OPERATIONAL HIGHLIGHTS

During 2018, we again devoted considerable effort and money to improving our infrastructure. We replaced 3,460 feet of existing water mains at a total cost of $1,015,000. Replacing small old mains helps reduce main breaks and lowers unaccounted-for water. In this effort, we have made a point of working with the City of Torrington, the State of Connecticut and other utilities to coordinate water main replacement projects prior to road resurfacing projects.


THE TORRINGTON WATER COMPANY

IN MEMORY

Richard D. Calhoun Director and President TWC 1972-2008

This coordination has enabled us to have one of the lowest costs-per-foot for main replacement in the state, and this has not gone unnoticed at PURA. However, we are nearing the end of being able to take advantage of this coordination with the state, other utilities and the City of Torrington. Therefore, we will see cost increases for future projects.. In 2018, we realized $436,200 in revenues through the WICA surcharge that was based on our 2017 infrastructure investment. If a WICA surcharge for our 2018 investment is approved, we expect the new rate to become effective April 1, 2019, and to generate approximately $577,500 in revenues. Over the past eight years, we have invested more than $8.3 million through the WICA program to replace a little under 10 miles of WICA-eligible main. Other plant activity last year included the repaving of the driveway at our office / filtration plant at a cost of $250,000. In 2018, we launched a Geographic Information System (GIS), a technology for collecting, managing and analyzing data. This system, which gives us the ability to record readings and locations in the field, allows for better coordination between field representatives and the office and thereby cuts down on errors and paperwork. We purchased new radio-read meter reading equipment and now have the ability to read our entire system in one day. One benefit of this is that we can now see in real time how much we are losing in non-revenue water (the difference between water produced and water sold). Last year saw an uptick in non-revenue water. We conducted a systemwide in-depth leak detection survey that enabled us to repair or replace several points where water was being lost. As a result, we should see a drop this year in the percentage of unaccounted-for water.

LOOKING AHEAD

We enter 2019 with some executive and Boardlevel changes. For over 40 years, I have had the privilege of working alongside Steven F. Cerruto, Vice President of Operations for The Torrington Water Company. Steve joined the Company over 45 years ago, in 1973. His dedication, knowledge and commitment have served our company very well. Steve will retire at the end of March, and I will miss his presence. He will continue to be a Director,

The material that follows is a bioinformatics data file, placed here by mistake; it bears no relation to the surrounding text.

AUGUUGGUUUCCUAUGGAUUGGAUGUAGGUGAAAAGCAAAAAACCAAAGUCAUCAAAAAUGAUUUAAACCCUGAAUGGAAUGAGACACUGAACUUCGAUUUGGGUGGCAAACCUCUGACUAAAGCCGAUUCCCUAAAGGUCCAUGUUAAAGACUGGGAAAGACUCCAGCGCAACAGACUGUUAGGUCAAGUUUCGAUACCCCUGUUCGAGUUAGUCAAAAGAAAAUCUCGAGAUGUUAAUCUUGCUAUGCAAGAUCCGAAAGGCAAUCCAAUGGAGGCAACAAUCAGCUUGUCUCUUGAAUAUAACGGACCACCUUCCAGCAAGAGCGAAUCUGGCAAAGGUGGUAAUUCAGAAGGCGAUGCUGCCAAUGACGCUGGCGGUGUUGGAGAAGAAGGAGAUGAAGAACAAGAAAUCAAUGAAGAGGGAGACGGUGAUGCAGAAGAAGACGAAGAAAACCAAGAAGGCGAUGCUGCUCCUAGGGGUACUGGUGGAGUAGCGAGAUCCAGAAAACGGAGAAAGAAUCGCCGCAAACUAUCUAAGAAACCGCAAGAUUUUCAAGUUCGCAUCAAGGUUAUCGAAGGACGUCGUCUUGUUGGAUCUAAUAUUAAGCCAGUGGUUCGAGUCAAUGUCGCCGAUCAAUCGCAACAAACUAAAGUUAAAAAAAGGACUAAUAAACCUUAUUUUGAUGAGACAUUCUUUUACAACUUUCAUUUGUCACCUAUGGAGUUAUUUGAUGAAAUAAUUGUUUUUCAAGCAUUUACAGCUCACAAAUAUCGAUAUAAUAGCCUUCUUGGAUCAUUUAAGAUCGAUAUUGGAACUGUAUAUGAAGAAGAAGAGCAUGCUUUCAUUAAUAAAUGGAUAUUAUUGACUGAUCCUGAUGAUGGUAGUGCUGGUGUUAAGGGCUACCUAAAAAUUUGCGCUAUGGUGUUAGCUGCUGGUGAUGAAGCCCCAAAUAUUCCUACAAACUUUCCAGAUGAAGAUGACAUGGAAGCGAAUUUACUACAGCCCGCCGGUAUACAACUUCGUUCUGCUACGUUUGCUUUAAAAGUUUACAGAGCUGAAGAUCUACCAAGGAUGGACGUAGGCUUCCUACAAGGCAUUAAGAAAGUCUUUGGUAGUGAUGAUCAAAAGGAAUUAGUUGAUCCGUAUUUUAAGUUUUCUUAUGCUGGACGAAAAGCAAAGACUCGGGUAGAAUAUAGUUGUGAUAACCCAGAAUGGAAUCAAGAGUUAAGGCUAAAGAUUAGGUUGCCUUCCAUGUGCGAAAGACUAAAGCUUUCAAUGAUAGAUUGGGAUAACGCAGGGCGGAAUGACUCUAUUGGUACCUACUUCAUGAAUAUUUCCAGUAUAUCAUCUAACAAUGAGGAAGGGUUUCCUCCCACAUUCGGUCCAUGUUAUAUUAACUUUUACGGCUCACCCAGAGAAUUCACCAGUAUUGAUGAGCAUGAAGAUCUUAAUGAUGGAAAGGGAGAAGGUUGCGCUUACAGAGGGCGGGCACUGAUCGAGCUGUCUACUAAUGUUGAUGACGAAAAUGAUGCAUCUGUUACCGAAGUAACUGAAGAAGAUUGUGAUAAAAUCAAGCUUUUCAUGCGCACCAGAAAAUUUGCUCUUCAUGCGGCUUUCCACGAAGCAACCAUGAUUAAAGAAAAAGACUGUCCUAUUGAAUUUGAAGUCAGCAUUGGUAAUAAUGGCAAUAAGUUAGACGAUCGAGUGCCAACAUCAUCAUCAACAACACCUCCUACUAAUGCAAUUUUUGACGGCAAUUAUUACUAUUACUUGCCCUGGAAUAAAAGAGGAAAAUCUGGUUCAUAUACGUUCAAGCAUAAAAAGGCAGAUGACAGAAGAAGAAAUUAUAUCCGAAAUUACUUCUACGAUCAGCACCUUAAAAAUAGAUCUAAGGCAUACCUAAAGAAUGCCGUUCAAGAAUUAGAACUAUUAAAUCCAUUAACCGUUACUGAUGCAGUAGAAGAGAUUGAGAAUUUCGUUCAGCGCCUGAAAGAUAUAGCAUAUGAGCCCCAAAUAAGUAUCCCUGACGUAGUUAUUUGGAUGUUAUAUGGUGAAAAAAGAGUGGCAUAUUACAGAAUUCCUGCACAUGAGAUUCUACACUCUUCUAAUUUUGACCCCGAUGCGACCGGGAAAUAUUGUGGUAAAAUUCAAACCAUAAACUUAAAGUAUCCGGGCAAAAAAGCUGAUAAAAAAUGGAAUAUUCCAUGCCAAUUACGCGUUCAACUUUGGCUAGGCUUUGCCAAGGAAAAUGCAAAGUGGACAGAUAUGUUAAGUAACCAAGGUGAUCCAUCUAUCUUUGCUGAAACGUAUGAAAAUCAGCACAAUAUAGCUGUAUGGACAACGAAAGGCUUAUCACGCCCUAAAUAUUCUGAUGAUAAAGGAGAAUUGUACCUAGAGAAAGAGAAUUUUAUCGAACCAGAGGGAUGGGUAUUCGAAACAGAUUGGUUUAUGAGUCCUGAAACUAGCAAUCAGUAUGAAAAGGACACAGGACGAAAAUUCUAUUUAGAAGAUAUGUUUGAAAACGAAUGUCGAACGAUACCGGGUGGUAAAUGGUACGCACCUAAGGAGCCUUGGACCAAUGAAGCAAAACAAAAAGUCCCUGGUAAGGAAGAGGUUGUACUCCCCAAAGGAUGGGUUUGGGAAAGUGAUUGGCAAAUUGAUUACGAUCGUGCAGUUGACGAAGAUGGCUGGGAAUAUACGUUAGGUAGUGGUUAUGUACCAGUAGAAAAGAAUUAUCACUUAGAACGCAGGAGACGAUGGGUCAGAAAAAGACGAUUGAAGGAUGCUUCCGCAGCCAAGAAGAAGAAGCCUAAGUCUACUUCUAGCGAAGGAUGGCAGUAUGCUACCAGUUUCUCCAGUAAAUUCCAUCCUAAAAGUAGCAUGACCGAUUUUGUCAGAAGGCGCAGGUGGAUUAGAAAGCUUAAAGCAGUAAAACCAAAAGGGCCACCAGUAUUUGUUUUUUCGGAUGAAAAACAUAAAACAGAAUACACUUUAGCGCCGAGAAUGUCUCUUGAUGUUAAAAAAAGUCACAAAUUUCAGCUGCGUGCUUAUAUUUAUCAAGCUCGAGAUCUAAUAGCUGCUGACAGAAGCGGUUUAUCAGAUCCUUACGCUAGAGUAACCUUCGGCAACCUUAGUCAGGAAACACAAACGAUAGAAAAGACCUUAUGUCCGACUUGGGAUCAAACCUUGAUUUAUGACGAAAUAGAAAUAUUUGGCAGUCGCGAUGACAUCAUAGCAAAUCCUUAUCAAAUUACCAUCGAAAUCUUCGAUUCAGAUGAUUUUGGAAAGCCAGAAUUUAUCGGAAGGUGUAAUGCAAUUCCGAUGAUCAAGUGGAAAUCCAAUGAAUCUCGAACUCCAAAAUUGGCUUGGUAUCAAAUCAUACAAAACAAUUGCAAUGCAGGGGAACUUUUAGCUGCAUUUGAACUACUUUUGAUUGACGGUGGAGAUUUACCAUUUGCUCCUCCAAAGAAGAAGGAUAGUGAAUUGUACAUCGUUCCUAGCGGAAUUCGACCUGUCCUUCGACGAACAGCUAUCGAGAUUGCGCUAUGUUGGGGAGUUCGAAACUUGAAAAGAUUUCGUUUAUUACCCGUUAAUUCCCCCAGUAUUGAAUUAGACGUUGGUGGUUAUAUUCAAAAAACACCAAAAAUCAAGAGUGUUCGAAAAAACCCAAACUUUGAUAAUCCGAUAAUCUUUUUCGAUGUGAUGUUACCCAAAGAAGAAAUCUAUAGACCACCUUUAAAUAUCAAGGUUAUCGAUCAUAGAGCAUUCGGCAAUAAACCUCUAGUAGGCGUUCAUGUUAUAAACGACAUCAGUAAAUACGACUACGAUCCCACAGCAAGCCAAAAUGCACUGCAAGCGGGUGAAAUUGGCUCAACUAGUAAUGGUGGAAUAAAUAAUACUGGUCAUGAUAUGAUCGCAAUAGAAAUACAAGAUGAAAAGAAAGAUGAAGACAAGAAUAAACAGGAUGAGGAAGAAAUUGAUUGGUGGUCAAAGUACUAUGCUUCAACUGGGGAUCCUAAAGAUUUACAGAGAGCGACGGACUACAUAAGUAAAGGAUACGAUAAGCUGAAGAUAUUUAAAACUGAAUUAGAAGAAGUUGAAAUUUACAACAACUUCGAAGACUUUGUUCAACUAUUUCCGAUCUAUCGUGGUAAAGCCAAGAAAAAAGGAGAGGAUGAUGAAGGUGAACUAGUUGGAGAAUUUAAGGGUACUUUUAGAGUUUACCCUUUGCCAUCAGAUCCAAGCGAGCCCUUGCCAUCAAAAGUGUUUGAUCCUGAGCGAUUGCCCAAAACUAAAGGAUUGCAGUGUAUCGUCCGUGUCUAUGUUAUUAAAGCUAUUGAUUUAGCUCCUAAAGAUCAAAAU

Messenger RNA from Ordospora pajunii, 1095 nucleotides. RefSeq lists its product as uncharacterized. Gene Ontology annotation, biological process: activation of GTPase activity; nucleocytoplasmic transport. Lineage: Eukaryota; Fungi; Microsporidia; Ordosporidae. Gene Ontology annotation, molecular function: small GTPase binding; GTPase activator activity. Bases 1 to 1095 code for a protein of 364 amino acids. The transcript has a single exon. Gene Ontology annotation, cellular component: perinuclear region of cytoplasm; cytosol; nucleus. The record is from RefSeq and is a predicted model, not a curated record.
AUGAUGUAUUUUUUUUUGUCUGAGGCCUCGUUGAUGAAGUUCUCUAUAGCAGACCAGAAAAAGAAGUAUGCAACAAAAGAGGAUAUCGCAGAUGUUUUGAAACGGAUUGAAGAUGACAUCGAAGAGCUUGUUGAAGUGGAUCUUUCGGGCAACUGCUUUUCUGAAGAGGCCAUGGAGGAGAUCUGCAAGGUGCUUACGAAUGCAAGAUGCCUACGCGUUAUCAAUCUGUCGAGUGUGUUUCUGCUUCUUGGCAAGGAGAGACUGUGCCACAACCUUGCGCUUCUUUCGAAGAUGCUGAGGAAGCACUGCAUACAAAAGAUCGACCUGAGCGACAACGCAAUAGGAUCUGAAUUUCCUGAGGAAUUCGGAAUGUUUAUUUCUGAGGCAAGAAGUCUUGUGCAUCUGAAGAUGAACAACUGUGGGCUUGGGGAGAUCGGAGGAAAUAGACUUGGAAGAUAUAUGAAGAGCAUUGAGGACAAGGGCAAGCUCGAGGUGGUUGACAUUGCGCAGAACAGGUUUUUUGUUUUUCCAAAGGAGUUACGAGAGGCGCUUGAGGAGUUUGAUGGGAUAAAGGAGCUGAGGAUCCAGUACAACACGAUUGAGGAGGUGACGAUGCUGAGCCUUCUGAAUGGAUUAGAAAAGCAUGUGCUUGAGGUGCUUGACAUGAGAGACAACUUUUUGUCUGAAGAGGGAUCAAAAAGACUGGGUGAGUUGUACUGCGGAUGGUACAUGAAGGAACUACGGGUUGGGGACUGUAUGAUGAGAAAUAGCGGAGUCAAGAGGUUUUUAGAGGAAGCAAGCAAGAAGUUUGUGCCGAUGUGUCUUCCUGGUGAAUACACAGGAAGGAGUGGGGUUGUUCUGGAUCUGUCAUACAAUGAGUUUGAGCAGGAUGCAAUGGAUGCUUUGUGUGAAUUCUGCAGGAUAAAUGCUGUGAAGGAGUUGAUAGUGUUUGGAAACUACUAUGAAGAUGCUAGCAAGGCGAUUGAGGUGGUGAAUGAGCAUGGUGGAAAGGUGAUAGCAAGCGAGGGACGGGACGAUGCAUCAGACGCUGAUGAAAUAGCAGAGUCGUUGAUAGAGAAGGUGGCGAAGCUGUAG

however, and I will be sure to reach out to him when needed. We hired Fred W. Rogers in December 2017 as Operations Manager. Fred has years of service in the water industry and has settled in well here. I am very grateful to have served with Steve and look forward to working with Fred. • • • IT IS WITH DEEP SADNESS that I announce the passing of Richard D. Calhoun, a Director of the Company, who died on January 23, 2019. His death marks the end of an era for The Torrington Water Company and the City of Torrington. He worked at the Company from January 1972 to March 2008, serving as President from 1977 to his retirement in 2008. He also served as a Director from 1977 until his death, during which time he was instrumental in guiding our company through the construction of many of our major facilities. As a Director, he provided valuable leadership and advice to our company. Dick was very active in the community and will be missed by all who knew him. In the year that lies ahead, we will continue our tradition of responding to our customers, stockholders and neighbors with resourcefulness, competence and care. Ultimately, our success rests on how well we meet the needs and concerns of those customers, investors and communities. Our unchanging priorities are to provide safe, reliable drinking water, and to increase value for our stockholders. As always, I credit the dedication, focus and resilience of our employees and recognize that we are well positioned for the future because of their efforts. I want to personally thank our Board of Directors for their confidence, guidance and support throughout the year. I especially want to acknowledge Richard D. Calhoun for his wisdom and invaluable guidance. He was truly a legend in the water industry, and the Company has been extremely well served by him. May he rest in peace. Thank you.